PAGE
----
ECB Governing Council member and Bundesbank chief Jens Weidmann said negative interest rates were an option to temper euro strength and buying loans and other assets from banks to support the bloc was not out of the question.
Peripheral European government bond yields hit a multi-year trough on Friday while the premium that U.S. two-year debt pays over German paper widened.
An overwhelming majority of economists polled by Reuters expect no imminent rate move at the April 3 meeting. Only two of 72 economists predicted a rate cut, versus 26 of 78 who did before last month's meeting.
Kiwi on fire
Well ahead of every other developed country in normalising policy is New Zealand, which this month lifted interest rates from a record low and flagged more tightening.
Unsurprisingly, the New Zealand dollar has been among the strongest performers in recent months. It rose as far as $0.8697 a high not seen since August 2011. Against the yen, the kiwi hit a six-year high of 88.86.
The U.S. dollar traded little changed at 102.15 yen. The yen showed limited reaction to data that showed Japan's core consumer prices rising 1.3 percent in February from a year earlier, posting a ninth straight month of gains and hinting that the economy is making some progress to overcome 15 years of deflation.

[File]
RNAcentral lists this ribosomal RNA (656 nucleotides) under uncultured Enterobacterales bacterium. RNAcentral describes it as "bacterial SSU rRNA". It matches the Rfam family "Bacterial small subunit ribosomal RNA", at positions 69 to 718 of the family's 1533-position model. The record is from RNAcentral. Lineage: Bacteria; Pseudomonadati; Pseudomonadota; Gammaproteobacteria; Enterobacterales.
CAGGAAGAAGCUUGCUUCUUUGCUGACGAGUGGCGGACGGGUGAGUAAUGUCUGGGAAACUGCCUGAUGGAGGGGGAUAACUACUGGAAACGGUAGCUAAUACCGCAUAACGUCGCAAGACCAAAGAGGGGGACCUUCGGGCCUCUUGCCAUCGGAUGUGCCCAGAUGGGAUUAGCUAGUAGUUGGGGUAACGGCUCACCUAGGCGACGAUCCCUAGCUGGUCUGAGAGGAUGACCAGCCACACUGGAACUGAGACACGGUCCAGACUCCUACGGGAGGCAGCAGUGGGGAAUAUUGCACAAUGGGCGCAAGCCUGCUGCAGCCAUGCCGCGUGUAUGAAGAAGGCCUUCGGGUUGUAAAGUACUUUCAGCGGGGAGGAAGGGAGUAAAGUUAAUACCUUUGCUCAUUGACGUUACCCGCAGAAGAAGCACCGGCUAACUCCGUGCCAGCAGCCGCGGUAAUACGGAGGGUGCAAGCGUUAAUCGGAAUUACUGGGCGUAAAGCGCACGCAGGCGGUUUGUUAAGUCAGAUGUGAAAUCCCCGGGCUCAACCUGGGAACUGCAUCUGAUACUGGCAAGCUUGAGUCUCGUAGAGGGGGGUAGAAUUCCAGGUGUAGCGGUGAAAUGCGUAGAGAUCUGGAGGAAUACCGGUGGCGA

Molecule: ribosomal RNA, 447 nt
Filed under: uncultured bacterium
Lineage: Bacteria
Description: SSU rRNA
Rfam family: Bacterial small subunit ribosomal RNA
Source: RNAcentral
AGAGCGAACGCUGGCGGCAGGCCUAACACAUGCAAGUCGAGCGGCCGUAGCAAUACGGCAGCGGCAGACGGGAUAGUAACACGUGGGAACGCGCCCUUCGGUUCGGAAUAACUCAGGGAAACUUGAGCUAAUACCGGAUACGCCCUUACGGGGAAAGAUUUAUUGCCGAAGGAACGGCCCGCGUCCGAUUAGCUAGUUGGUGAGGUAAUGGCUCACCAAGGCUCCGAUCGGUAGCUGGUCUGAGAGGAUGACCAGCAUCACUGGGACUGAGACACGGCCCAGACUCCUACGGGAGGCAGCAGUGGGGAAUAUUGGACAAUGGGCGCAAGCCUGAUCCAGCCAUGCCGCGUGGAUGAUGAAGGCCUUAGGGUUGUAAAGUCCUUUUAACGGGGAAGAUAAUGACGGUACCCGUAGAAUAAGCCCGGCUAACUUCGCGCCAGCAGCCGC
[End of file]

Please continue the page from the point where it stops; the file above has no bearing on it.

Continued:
Japan's CPI is expected to gather more attention after the country raises its consumption tax in April, which may cool consumer spending and raise speculation of further monetary easing by the Bank of Japan.
"Into the March 31, year-end dollar/yen may be pressured below 102, but thereafter concerns about the negative impact from April's sales tax hike might weigh on the yen," said Tom Levinson, currency strategist at ING.